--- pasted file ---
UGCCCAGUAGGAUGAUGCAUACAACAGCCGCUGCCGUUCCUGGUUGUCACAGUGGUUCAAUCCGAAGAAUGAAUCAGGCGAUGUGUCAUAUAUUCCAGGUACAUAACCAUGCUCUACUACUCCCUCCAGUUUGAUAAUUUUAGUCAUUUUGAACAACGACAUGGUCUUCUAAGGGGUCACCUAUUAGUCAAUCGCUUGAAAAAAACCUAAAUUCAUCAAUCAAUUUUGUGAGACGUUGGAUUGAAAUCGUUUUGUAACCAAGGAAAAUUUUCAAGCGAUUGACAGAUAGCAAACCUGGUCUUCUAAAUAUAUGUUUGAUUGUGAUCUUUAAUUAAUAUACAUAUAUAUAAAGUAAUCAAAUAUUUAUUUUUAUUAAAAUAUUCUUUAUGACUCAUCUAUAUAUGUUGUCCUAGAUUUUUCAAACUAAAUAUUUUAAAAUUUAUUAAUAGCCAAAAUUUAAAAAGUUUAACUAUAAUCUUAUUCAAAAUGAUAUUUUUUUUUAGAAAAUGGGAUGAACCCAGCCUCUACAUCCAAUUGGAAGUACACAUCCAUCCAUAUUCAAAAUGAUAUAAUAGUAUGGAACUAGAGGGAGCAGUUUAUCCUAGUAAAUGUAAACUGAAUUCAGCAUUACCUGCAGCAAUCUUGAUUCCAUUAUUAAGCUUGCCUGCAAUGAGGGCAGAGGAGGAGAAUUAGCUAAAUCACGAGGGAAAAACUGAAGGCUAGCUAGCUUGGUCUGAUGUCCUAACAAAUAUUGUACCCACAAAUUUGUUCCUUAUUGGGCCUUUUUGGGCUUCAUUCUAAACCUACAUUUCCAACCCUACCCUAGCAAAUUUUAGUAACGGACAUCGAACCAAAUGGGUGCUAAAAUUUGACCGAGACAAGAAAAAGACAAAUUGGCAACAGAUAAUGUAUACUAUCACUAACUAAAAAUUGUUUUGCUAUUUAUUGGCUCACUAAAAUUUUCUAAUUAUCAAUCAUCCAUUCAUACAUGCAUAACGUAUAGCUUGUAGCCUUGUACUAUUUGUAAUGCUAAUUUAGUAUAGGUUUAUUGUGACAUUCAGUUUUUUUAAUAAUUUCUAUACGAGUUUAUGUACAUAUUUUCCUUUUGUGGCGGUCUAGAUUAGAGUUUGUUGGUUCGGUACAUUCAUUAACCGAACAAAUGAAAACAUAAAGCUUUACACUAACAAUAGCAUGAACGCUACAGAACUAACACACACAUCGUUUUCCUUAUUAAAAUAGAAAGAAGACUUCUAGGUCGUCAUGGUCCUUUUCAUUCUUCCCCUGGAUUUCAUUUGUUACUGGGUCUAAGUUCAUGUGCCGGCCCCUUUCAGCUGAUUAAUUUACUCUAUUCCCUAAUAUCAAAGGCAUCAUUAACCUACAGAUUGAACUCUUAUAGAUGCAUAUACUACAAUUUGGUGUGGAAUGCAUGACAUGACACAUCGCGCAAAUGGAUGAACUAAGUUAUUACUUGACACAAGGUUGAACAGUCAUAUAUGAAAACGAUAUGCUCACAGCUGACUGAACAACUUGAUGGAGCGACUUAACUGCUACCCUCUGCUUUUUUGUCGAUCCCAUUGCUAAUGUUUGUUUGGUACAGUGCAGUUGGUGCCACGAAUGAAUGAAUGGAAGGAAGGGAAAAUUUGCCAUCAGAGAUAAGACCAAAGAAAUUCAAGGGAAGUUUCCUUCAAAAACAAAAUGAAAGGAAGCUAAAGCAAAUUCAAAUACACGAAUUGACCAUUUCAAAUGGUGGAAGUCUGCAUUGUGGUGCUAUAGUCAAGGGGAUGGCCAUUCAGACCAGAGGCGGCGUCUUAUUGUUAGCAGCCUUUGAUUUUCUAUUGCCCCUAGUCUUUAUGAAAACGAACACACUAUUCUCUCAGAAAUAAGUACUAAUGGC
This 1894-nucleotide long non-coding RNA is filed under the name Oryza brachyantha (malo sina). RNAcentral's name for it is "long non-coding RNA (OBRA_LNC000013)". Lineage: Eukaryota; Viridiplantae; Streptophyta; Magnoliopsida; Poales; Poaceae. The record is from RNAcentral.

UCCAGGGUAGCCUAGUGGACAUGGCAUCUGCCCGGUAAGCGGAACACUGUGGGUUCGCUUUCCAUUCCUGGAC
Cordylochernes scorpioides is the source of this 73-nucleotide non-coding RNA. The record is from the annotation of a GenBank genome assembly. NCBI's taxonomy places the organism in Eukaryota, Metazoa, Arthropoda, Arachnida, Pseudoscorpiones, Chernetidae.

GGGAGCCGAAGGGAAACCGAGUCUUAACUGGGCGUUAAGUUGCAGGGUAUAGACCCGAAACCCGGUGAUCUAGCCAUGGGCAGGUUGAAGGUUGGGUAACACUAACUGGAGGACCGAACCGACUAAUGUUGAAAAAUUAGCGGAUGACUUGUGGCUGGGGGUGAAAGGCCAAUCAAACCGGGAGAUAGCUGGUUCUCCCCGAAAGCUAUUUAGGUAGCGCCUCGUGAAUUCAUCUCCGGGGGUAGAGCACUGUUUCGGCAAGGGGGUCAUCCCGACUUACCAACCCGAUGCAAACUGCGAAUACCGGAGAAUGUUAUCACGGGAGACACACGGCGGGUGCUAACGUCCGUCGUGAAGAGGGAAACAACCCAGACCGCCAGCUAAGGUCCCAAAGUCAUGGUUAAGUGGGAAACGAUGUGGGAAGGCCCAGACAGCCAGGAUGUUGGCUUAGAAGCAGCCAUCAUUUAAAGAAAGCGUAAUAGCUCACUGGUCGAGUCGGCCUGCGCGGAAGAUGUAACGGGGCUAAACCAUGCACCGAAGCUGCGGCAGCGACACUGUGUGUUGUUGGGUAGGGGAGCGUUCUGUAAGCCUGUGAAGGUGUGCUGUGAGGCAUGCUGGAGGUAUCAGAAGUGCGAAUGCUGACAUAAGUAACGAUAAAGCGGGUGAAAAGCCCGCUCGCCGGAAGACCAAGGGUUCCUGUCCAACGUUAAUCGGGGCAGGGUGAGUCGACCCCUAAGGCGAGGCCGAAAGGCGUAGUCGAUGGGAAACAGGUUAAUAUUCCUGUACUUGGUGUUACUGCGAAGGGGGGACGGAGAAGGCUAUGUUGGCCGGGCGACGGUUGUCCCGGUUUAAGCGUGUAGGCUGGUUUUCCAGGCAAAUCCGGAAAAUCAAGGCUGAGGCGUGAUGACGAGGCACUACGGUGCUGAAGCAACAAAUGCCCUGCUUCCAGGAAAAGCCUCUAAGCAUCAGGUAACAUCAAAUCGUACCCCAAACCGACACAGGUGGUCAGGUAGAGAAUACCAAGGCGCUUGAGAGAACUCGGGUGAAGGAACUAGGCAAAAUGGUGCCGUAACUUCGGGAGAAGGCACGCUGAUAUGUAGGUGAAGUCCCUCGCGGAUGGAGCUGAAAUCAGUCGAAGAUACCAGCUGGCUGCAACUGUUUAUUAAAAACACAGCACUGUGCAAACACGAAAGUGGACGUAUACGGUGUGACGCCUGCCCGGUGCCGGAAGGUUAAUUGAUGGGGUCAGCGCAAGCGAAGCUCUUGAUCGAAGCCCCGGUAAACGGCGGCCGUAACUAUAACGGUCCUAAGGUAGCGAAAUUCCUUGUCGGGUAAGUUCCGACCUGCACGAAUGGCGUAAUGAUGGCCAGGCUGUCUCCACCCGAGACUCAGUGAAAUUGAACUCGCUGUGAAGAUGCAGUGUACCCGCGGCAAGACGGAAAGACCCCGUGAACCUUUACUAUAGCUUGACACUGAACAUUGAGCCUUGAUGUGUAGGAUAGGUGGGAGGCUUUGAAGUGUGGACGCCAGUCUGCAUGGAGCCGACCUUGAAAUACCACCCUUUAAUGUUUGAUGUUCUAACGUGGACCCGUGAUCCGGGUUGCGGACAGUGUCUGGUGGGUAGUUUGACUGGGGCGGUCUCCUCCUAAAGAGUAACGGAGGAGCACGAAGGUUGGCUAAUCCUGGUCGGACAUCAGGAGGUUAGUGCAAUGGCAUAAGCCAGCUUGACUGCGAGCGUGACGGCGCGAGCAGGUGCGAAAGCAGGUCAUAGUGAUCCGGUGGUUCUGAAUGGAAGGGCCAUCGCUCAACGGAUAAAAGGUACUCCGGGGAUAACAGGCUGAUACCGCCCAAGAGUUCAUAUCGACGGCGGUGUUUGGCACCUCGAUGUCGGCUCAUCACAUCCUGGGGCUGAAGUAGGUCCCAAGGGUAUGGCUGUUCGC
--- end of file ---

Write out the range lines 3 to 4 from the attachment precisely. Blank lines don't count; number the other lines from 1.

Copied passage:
UCCAGGGUAGCCUAGUGGACAUGGCAUCUGCCCGGUAAGCGGAACACUGUGGGUUCGCUUUCCAUUCCUGGAC
Cordylochernes scorpioides is the source of this 73-nucleotide non-coding RNA. The record is from the annotation of a GenBank genome assembly. NCBI's taxonomy places the organism in Eukaryota, Metazoa, Arthropoda, Arachnida, Pseudoscorpiones, Chernetidae.